NEW YORK -- A new report on racial representation on New York stages has found that little has been changing -- there remains an over-representation of white actors, writers and directors.

The annual study, "The Visibility Report: Racial Representation on NYC Stages," from the Asian American Performers Action Coalition, analyzed the 18 largest non-profittheatres as well as Broadway companies in New York City during the 2017-18 season.

Over 61 per cent of all roles on New York City stages went to white actors, a rate double the population of white people in New York City (32.1 per cent of residents). According to the study, 23.2 per cent of roles went to Black actors, 6.9 per cent to Asian American actors and 6.1 per cent to Latino actors. That represents a slight improvement from the previous season, which had 67 per cent white actors, 18.6 per cent Black actors, 7.3 per cent Asian actors and 5 per cent Latino actors.

Overall, nearly 80 per cent of Broadway and off-Broadway shows' writers were white and 85.5 per cent of directors during the 2017-18 season. Last year's report -- on the 2016-17 season -- found that 86.8 per cent of all Broadway and off-Broadway shows were from white playwrights and 87.1 per cent of all directors hired were white.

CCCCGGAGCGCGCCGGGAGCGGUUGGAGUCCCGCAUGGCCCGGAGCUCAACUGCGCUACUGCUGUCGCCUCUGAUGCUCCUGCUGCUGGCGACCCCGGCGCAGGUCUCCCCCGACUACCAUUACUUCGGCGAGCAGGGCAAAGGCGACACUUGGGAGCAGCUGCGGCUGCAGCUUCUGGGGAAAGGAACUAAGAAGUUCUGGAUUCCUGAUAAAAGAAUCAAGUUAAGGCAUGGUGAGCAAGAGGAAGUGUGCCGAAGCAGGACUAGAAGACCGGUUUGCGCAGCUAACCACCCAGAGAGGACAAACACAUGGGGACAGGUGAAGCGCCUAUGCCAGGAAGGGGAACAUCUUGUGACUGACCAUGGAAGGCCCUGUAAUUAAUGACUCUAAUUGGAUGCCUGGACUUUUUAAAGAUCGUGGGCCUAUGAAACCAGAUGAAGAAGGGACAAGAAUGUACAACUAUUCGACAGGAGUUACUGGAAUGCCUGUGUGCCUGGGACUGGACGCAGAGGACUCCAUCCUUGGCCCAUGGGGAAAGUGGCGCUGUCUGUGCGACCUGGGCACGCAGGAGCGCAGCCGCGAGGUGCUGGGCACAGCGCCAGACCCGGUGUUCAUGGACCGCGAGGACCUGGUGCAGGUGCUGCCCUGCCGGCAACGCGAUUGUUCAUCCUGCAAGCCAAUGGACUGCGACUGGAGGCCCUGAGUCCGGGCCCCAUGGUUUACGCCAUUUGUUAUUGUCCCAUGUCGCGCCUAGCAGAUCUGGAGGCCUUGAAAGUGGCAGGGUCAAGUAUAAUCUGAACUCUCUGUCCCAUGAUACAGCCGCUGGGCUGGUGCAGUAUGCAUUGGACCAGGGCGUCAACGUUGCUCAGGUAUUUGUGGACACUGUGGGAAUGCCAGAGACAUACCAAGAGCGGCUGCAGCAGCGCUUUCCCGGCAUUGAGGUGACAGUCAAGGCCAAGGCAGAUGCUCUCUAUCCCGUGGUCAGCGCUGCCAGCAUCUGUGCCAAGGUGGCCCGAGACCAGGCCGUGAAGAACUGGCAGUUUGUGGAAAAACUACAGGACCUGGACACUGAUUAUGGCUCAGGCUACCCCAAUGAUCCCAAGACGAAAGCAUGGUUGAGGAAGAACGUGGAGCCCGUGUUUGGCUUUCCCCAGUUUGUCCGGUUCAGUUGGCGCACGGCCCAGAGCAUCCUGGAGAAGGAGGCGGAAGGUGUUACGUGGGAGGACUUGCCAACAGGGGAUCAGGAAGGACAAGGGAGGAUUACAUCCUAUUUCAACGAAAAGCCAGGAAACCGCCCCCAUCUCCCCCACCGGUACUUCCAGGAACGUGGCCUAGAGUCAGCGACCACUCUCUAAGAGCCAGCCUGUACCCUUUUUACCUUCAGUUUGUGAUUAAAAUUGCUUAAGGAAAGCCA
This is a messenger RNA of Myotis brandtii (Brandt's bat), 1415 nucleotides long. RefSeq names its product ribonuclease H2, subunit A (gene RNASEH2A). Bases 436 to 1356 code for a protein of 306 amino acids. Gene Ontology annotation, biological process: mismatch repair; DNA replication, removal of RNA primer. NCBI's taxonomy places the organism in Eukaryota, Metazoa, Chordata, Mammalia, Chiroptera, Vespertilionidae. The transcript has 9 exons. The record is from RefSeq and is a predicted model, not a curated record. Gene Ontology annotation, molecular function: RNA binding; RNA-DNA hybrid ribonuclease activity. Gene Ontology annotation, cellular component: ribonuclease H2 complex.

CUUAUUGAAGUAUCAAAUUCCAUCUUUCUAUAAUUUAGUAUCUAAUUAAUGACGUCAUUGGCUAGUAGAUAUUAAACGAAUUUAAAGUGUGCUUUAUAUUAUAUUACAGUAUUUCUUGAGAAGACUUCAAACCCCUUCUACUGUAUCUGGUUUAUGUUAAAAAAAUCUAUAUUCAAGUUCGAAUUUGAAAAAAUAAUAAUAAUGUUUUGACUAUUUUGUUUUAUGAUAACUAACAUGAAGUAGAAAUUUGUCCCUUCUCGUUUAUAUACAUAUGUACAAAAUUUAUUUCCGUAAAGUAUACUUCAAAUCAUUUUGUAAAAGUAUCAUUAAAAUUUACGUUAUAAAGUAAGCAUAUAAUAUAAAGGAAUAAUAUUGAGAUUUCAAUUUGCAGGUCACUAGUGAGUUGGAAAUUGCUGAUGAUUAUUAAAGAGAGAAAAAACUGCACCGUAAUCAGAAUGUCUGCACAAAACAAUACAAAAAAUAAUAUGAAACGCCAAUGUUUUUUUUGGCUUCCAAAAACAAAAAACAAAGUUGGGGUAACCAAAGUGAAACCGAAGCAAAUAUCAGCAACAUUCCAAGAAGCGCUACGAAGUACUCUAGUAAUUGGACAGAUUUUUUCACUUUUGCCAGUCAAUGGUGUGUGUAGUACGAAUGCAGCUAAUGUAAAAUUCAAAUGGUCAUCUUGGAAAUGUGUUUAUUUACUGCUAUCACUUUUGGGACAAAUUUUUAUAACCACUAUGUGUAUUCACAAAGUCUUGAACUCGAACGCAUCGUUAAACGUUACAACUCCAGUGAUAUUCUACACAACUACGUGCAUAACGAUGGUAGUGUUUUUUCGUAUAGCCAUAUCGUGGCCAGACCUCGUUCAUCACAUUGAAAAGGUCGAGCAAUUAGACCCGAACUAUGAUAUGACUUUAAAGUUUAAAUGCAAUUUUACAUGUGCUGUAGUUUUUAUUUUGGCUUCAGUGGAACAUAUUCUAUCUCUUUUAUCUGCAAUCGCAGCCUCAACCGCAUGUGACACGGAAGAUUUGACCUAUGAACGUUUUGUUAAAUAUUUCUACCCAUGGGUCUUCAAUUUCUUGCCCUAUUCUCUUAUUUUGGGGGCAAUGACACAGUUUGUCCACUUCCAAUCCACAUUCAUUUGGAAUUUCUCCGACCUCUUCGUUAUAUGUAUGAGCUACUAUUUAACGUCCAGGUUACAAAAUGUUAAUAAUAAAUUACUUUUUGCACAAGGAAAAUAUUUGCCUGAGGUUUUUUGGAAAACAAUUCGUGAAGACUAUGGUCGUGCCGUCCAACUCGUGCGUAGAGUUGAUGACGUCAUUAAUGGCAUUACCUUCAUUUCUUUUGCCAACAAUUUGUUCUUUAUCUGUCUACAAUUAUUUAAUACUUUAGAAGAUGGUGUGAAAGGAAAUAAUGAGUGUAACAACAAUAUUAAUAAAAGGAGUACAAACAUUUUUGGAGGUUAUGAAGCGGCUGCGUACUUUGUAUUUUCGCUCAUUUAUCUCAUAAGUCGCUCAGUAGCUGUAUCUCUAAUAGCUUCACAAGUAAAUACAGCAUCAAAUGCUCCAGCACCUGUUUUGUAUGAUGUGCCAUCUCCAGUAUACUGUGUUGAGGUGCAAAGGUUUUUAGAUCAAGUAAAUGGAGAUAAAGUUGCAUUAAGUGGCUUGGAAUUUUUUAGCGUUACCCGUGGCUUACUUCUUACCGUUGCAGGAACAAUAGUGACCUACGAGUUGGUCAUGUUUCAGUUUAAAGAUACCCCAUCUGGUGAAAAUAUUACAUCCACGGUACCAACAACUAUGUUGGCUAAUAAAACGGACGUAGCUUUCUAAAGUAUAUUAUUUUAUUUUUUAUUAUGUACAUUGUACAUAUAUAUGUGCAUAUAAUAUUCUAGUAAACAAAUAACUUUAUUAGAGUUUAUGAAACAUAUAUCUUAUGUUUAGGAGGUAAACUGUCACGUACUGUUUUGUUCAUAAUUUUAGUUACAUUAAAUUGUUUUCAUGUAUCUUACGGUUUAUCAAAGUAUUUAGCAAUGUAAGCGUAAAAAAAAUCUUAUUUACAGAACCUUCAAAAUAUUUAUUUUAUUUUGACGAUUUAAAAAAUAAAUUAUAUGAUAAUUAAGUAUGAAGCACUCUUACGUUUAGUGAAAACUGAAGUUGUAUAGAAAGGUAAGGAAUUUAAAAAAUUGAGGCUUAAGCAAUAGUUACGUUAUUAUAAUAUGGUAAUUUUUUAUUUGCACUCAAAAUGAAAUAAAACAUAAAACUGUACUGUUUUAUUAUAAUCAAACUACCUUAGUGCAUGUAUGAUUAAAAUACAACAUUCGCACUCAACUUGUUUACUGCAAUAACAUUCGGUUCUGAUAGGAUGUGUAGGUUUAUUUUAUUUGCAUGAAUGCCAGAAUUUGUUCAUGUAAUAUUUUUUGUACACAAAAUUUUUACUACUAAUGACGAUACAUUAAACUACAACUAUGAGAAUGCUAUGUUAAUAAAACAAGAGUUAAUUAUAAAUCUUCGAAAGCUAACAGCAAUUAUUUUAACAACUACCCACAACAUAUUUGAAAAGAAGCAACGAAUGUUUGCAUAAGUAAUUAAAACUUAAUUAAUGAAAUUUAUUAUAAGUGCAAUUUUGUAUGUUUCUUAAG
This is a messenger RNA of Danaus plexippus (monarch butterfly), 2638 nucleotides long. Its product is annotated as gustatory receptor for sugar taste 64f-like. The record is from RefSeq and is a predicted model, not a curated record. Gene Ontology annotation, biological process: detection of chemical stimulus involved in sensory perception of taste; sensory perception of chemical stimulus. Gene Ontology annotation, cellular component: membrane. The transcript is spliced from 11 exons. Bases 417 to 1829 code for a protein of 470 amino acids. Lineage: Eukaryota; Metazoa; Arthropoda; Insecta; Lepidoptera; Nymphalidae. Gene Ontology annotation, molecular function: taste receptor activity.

The 2017-18 season did see some breakthroughs for people of colour -- including Young Jean Lee becoming the first Asian American woman playwright produced on Broadway and the Tony-winning "The Band's Visit," a musical set in the Middle East. But the report warned against celebrating examples that "often serve as the poster child of diversity for a particular season, encouraging a false sense of progress."